In the fall of 1994, I was even more excited about the impending release of Vitalogy than I had been about Vs. By then, my obsessive fandom was even more entrenched, and I might have even had a few b-sides under my belt. All the more frustrating that I was forbidden by my parents to buy the album on the day it was released (on CD) as Christmas was just a couple weeks away. Oh the outrage! How was I ever going to wait that long, especially as the details were coming out about the inventive packaging, et al? At least I had the radio to help tide me over.

Now, I haven’t listened to the radio in over five years, beyond once or twice putting on a classical station, NPR, or college radio if I could find it, so I don’t really know the way modern rock radio works these days. But my understanding is that it’s become, like most mainstream media, tightly controlled and formatted, though what this means exactly is unknown to me. I do know that prior to new Pearl Jam albums being released, DJ’s would play almost every track, and I would sit hunched over my cassette/radio for hours at night, finger poised over the record button. And before Vitalogy I managed a good seven or eight songs on there, the names of which I mostly guessed at: “Can’t Find a Better Man”, “Already in Love” and such. But one title there was no mistaking was “Nothingman”.

Like “Daughter” and “Small Town” before it, “Nothingman” became a radio staple ballad, and while not being an official single, made it to the Rearviewmirror greatest hits record. Ament’s chord progression was simple, but a perfectly autumnal and bittersweet backdrop for Vedder’s troubled-relationship reflections. And while the two major components of “Nothingman” are inseparable at this point, it’s become evident over time to me that the former outshines the latter, meaning the overall mood and atmosphere of the song as conjured by Jeff and the band haven’t diminished, while Vedder’s lyrics and performance have dimmed somewhat in comparison to more recent and mature efforts.

“Nothingman” suffers from too many metaphors. She’s a bolt of lightning, then the couple is in prison, now he’s a bird (or Icarus) flying into the sun. Also, someone’s left in a well (?). And then there’s the Nothingman himself, someone we’re meant to both pity and sympathize with, who basically loses his worth and identity because of a failed relationship. But why did the relationship dissolve? Obviously some bad communication (“Some words when spoken can’t be taken back”), and the unfortunate natural tendency of two people to grow apart (“She once believed… / Then she stiffened / Took the other side”). But there’s too little offered in the way of explanation or justification for the amount of pathos invoked.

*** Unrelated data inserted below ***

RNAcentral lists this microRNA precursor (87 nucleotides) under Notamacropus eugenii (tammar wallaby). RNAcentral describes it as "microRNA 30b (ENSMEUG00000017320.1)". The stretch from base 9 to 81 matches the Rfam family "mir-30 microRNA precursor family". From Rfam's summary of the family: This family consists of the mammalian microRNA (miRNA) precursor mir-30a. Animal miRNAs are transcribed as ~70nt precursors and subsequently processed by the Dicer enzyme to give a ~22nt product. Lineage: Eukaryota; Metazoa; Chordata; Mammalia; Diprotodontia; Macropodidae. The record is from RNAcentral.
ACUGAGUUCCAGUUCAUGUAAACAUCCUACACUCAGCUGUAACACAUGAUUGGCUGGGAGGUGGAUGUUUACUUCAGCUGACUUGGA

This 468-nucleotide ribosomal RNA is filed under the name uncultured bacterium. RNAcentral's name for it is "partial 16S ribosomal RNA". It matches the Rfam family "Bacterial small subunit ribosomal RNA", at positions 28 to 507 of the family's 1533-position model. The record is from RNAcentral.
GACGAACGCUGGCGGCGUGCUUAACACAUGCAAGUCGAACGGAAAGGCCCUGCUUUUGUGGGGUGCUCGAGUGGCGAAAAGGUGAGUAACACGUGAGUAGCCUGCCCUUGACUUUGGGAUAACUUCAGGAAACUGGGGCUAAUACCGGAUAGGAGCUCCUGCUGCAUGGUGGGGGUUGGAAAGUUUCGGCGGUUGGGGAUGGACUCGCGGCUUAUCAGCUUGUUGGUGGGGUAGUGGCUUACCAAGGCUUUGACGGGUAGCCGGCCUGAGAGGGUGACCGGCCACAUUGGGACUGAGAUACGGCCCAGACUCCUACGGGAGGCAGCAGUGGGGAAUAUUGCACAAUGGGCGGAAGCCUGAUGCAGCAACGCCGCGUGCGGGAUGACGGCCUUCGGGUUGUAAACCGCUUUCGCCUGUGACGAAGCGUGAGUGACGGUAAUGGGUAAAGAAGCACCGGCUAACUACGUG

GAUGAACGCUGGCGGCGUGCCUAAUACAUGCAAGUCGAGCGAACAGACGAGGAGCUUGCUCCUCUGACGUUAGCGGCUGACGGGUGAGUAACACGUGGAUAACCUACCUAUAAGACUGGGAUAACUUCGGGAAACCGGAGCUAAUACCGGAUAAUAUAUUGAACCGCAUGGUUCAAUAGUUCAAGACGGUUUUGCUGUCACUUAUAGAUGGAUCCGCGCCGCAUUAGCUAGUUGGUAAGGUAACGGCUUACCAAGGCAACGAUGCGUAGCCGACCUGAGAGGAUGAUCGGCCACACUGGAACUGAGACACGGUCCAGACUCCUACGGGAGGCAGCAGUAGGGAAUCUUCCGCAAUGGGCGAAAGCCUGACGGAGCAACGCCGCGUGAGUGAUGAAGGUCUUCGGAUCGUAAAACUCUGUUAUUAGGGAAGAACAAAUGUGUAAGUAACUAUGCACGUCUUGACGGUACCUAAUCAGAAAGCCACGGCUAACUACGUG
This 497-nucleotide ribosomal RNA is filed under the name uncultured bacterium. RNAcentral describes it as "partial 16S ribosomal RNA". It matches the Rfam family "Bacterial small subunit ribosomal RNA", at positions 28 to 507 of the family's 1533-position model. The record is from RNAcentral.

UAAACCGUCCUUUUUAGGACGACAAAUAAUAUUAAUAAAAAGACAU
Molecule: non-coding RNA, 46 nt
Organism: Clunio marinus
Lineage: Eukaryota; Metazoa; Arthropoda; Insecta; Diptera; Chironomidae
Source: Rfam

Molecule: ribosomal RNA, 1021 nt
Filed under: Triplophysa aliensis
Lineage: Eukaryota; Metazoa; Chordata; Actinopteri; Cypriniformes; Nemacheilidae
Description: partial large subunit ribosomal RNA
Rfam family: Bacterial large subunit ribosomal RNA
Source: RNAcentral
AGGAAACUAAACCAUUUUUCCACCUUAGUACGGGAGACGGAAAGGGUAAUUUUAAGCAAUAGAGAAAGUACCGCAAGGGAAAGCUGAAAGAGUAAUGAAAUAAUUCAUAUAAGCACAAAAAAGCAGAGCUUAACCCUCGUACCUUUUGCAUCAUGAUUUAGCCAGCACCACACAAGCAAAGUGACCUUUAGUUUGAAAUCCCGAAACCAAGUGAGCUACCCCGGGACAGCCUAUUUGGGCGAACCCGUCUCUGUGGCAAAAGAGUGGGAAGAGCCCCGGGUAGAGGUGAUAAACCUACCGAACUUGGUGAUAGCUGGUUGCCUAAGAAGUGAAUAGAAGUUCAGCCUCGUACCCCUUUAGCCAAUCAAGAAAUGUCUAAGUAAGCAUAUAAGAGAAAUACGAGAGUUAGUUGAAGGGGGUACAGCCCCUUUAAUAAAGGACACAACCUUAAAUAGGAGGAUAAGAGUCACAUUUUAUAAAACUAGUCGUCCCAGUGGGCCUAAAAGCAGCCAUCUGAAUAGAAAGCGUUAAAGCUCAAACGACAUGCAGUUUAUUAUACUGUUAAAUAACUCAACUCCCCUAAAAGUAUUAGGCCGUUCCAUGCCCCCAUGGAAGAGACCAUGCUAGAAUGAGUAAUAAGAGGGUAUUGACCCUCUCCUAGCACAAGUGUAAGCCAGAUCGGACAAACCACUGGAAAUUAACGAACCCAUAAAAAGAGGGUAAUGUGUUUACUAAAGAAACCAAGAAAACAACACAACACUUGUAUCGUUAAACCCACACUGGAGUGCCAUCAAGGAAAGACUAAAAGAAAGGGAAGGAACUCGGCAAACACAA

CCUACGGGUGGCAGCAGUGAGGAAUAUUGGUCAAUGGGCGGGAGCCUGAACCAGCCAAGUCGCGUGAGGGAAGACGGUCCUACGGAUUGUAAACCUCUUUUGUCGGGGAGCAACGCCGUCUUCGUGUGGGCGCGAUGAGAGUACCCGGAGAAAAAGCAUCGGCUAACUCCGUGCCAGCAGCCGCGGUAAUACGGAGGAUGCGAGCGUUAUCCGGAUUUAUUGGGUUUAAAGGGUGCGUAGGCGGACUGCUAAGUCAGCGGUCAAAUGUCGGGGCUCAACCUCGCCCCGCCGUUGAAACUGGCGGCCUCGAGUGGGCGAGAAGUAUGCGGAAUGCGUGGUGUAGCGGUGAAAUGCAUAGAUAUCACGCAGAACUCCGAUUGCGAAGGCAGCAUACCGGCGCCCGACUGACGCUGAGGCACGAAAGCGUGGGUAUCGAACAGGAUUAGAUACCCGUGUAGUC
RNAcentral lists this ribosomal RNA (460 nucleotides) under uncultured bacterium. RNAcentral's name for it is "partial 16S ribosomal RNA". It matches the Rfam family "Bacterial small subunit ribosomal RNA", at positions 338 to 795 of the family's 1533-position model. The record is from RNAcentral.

~ by Michael on June 13, 2007.

5 Responses to “Nothingman”

  1. Is there anything better than pre-album anticipation?? I remember those “hunched over the radio” days, although mine came an album later with “No Code.” That being said, “Nothingman” is a great tune. Well said about the comparison between the music and the lyrics. I’m a huge lyrics guy, but this song won me over from day one with the simple chord progressions. I still enjoy hearing the song live also, but I will admit that sometimes, occasionally, the vocals mash together at the end and it sounds like one long droning, “nothingmaaaaaaaaan, nothingmaaaaaaaaaaan” but that’s just my one small gripe. There,… I’m over it now.

  2. The lyrics make snese to m, maybe there is just some over anyalising going on, idk. I think it is an incredible song, Jeff shows through his songs how talented he really is. I think most of pearl jam’s songs can fit into one corner while all of jeff’s serious ones are in an enierally differnt section. Nothingman, low light, and nothing as it seems are all strong songs and very much different from the rest of the bands compositions. Jeff rocks(in a mellow sad way). nuff said.

  3. In high school I was convinced that the lyrics were about Ayn Rand’s book Anthem — I saw many parallels after reading it.

    But it’s probably just coincidence, or reading into it too much. Still, a possibility.

  4. That’s very cool, interesting connection, Dan. Although from what I know about Ayn Rand, and Anthem, I’d doubt that Ed would find much inspiration in her work. But you’re right, there’s always a possibility.

  5. […] Last Exit 2. Spin the Black Circle 3. Not For You 4. Tremor Christ 5. Nothingman 6. Whipping 7. Pry, To 8. Corduroy 9. Bugs 10. Satan’s Bed 11. Better Man 12. Aye Davanita […]

Leave a Reply

Fill in your details below or click an icon to log in: Logo

You are commenting using your account. Log Out /  Change )

Google+ photo

You are commenting using your Google+ account. Log Out /  Change )

Twitter picture

You are commenting using your Twitter account. Log Out /  Change )

Facebook photo

You are commenting using your Facebook account. Log Out /  Change )


Connecting to %s

%d bloggers like this: